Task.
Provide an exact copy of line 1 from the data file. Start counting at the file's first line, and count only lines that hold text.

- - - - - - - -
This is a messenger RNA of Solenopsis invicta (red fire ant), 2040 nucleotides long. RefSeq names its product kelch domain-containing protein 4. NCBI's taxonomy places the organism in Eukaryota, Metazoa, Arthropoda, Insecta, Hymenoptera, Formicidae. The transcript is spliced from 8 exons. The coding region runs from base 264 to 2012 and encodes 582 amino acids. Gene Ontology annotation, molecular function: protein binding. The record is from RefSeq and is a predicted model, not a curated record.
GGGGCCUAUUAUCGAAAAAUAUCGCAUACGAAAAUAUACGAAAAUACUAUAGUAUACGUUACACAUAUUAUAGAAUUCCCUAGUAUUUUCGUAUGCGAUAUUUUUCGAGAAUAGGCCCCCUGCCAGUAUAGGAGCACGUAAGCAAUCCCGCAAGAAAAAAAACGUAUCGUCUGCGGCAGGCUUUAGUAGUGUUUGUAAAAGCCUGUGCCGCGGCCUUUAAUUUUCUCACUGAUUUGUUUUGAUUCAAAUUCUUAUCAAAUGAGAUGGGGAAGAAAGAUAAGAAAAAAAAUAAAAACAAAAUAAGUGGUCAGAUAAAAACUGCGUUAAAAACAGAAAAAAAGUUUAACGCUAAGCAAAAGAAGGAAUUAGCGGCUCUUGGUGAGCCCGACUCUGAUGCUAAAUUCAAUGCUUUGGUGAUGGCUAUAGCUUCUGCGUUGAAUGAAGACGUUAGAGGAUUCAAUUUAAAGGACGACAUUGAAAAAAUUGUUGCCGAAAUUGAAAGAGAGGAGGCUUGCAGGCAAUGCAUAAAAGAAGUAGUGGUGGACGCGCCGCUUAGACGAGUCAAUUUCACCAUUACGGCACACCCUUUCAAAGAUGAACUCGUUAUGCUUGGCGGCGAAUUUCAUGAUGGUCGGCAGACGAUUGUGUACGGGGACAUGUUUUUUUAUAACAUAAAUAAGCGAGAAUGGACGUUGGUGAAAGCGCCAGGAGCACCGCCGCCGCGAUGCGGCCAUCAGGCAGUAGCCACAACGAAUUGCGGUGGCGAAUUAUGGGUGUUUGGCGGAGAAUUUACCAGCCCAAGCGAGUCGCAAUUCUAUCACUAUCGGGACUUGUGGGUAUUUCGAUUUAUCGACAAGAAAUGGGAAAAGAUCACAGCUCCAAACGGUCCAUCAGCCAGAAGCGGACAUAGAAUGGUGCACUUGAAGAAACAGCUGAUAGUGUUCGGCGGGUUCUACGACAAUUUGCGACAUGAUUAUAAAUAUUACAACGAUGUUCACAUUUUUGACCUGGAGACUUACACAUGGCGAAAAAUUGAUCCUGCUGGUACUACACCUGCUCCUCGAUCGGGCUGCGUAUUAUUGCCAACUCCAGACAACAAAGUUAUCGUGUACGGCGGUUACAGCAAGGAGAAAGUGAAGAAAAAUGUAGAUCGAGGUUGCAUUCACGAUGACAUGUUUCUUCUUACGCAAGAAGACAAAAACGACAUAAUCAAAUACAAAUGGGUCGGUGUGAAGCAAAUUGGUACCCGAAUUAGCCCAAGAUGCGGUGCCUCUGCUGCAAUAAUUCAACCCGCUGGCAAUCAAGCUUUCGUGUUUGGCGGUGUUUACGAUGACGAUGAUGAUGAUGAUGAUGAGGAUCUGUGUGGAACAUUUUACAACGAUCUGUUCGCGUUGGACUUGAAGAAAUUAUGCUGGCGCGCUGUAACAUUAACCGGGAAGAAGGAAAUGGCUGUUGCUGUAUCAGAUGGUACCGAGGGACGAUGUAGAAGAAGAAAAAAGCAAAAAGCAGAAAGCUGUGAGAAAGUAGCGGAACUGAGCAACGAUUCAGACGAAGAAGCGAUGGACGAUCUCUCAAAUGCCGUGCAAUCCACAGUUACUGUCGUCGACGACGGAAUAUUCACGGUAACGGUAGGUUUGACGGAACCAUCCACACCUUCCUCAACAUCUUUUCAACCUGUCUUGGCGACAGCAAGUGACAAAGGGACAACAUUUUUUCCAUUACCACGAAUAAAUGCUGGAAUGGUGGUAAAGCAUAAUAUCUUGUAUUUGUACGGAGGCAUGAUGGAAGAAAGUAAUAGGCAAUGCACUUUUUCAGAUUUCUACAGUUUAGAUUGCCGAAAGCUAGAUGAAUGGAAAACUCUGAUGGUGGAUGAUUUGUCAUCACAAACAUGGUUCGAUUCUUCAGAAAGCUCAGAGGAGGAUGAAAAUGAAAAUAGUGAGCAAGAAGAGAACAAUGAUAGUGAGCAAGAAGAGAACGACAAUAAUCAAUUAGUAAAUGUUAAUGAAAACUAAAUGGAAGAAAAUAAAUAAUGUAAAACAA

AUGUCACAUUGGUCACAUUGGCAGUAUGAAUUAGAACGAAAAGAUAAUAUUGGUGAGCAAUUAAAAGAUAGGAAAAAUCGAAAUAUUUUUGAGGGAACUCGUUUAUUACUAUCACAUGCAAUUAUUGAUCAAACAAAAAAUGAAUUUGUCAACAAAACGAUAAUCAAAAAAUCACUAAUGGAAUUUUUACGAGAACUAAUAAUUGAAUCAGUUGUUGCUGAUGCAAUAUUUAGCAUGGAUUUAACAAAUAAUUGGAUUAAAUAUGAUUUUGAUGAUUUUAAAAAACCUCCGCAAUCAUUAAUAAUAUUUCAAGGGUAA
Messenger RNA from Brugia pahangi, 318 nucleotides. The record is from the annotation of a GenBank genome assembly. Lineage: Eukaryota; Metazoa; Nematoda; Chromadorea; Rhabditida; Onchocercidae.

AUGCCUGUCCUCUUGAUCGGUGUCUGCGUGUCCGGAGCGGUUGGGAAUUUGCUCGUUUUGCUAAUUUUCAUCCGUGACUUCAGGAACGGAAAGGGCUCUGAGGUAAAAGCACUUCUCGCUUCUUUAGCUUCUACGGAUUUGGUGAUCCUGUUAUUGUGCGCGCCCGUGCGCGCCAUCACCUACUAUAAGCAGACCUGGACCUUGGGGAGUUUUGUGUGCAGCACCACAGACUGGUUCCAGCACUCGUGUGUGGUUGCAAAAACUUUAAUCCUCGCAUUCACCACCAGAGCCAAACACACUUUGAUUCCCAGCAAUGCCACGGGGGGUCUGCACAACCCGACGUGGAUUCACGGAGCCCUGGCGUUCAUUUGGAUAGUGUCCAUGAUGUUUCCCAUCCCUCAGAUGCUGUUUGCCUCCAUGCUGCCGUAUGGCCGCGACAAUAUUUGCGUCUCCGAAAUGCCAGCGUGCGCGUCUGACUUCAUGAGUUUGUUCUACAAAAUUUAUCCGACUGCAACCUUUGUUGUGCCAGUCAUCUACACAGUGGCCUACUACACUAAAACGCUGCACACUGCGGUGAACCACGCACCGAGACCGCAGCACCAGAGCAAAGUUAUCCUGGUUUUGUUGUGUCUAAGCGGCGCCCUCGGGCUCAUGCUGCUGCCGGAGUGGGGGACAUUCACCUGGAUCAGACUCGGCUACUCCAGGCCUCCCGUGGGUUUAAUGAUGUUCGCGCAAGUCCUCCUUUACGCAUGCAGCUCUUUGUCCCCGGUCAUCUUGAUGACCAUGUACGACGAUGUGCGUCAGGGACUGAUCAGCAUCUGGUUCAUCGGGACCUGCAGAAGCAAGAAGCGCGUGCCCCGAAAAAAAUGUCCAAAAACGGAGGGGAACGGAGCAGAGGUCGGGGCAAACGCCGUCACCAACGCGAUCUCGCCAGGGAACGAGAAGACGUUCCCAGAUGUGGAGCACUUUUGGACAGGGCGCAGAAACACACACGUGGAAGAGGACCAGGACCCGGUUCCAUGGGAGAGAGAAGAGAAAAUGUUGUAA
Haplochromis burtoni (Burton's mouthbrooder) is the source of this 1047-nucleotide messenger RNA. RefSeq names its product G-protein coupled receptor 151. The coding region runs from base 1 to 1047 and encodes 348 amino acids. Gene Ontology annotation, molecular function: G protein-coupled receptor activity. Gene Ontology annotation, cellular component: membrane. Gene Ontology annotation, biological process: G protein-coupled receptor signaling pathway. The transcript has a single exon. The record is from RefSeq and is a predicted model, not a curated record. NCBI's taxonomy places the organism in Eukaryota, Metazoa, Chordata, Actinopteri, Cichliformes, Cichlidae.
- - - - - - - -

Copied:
This is a messenger RNA of Solenopsis invicta (red fire ant), 2040 nucleotides long. RefSeq names its product kelch domain-containing protein 4. NCBI's taxonomy places the organism in Eukaryota, Metazoa, Arthropoda, Insecta, Hymenoptera, Formicidae. The transcript is spliced from 8 exons. The coding region runs from base 264 to 2012 and encodes 582 amino acids. Gene Ontology annotation, molecular function: protein binding. The record is from RefSeq and is a predicted model, not a curated record.